Our first stop in the United States was at New Hampshire. It was our first step back on American Soil. There was a welcome party there for us, from an organization formed by War Veterans and Citizens. I was overwhelmed by the support we received from these people. They had woken up early in the morning to receive us. I felt an instant bond with the old warriors there; an instant recognition – something that only exists between servicemembers. I won’t even try to compare my experience to what those heroes have been through. These were veterans from World War II, The Korean War, The Vietnam War, and Desert Storm. You have to understand that some of these veterans, especially the ones from Vietnam, had no one to welcome them when they came back home from war. In fact, they were spit on, hated, and ridiculed. It angers me when I think of the indiginities they suffered, especially from a public that has no idea of the horrors of the war. Quite often they decide that the dishonourable actions of a few are good enough to condemn a majority. This is why I am happy to see that the majority of the American public still support their troops even if they don’t agree with the war. A lot of these veterans feel sad that they can’t join us at war. In fact, as a World War II veteran told us, “I wish I was there fighting alongside you gentlemen, but I don’t think they take 80-year old men in the Army anymore…”. Before we took our leave, the veterans got into formation and saluted us. Our Company XO (Executive Officer) called us to attention and we saluted them right back. The CO of the Veterans’ Formation told us “You have no idea, how much it means to us, for you to salute us.” That counted as one of the most moving experiences in my life. I find it hard to describe the emotions experienced by a servicemember to civilians – it is not something that you can put into words. It is something you have to experience. It some something you develop when you spend time with friends who you know have your back. It is something you develop when you spend time with friends in an environment where any of you can die at any time. It is something you develop when you pray everyday that no one in your company gets hurt when they go outside to do their missions. It’s when you are party of a family. A brotherhood.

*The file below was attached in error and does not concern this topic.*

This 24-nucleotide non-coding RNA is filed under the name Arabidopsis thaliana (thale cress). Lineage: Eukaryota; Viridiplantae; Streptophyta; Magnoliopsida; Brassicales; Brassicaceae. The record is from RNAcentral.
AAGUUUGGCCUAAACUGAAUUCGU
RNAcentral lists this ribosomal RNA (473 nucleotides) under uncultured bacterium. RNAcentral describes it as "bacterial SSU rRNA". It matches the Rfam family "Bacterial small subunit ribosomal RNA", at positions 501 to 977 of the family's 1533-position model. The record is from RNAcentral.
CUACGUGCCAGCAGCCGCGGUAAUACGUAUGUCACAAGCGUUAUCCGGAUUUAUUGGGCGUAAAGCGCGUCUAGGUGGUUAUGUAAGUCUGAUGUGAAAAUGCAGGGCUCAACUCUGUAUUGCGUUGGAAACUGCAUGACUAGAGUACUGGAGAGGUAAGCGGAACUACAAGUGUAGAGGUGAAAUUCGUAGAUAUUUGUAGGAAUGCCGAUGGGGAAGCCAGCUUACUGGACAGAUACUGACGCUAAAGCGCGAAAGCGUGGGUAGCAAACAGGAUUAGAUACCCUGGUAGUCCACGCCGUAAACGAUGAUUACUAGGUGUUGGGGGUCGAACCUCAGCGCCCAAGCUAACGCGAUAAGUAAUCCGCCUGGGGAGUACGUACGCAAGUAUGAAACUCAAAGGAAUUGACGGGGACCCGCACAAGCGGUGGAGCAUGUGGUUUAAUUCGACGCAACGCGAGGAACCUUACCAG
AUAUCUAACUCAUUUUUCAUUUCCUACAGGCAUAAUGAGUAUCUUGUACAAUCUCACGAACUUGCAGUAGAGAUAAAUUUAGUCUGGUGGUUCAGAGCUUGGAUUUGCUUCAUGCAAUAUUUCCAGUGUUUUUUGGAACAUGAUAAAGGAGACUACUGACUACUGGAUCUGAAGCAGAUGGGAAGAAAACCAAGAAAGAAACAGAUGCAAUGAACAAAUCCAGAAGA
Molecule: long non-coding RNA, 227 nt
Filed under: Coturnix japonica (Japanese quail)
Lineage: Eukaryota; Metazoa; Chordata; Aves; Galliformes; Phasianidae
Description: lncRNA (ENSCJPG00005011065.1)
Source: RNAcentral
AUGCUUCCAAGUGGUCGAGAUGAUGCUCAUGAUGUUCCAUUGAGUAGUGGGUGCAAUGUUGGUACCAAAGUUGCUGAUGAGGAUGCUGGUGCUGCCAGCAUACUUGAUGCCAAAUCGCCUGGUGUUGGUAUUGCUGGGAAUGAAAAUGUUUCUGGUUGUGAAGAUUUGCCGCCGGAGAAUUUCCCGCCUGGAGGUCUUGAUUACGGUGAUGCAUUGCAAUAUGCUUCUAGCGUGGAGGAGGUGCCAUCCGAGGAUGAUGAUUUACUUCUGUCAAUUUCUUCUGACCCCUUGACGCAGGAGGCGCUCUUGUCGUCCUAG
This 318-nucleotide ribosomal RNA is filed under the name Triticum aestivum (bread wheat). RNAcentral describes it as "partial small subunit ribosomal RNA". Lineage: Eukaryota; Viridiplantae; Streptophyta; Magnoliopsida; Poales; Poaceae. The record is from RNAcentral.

After leaving New Hampshire, we stopped at Ft. Lewis. I remember watching troops coming back from Iraq, when I was there over a year ago. I knew I’d be in their position one day, and I sure was. We stayed there for about five days to go through paperwork and briefings. Finally, early on the morning of the 12th, we headed back to Phoenix, Arizona. On August 29th, 2005, I remember thinking “One day, I’ll be on a plane flying in the opposite direction”. And sure enough, there I was. My level of excitement mounted as I realized that in a very short time, I would be seeing my friends and family… and that they would be elated to see me.
All things come to an end. Sometimes it feels like it takes a long time, but eventually…
As always, here are some pictures. I also have pictures from Thanksgiving ’06. I missed last year’s Thanksgiving, but this year’s more than made up for it. Everyone was there, including my mom and dad, my sister-in-law, and my sister’s fiance. Oh, and I also have pictures of my brother’s and sister-in-law’s wedding reception.
Patten, Valles, Terry, and I at BIAP.
Inside the C-130
Everyone inside the C-130
Patten and I in Camp Virginia
Soto, Valles, and I in Camp Virginia
Veterans’ Welcome at New Hampshire
This doggy was there to welcome us at New Hampshire
He had a little buddy to welcome us too
Roughnecks at New Hampshire
My buddies and I went to a Mexican Restaurant near Ft. Lewis. When we walked in, I saw these polaroids on the wall of people with Sombreros on. I found out that if it was your birthday, you got your picture taken with a sombrero. So I told them it was my birthday and my buddies played along.
Welcome Home, Roughnecks!
Michael and I at Sky Harbour
Michael, Naima, and I
Patten and I at the Moastery
Valles and I at the Monastery
Valles, Patten, and I at The Monastery
Viridiana, Berenice, and I at The Monastery
Dipu Cheta and Keerthi
Dipu Cheta, Simi Chechi, Keerthi, and Mannu
Keerthi and Simi Chechi
Keerthi, Simi Chechi, and Amma
Maya, Priya, Keerthi, Simi Chechi, and I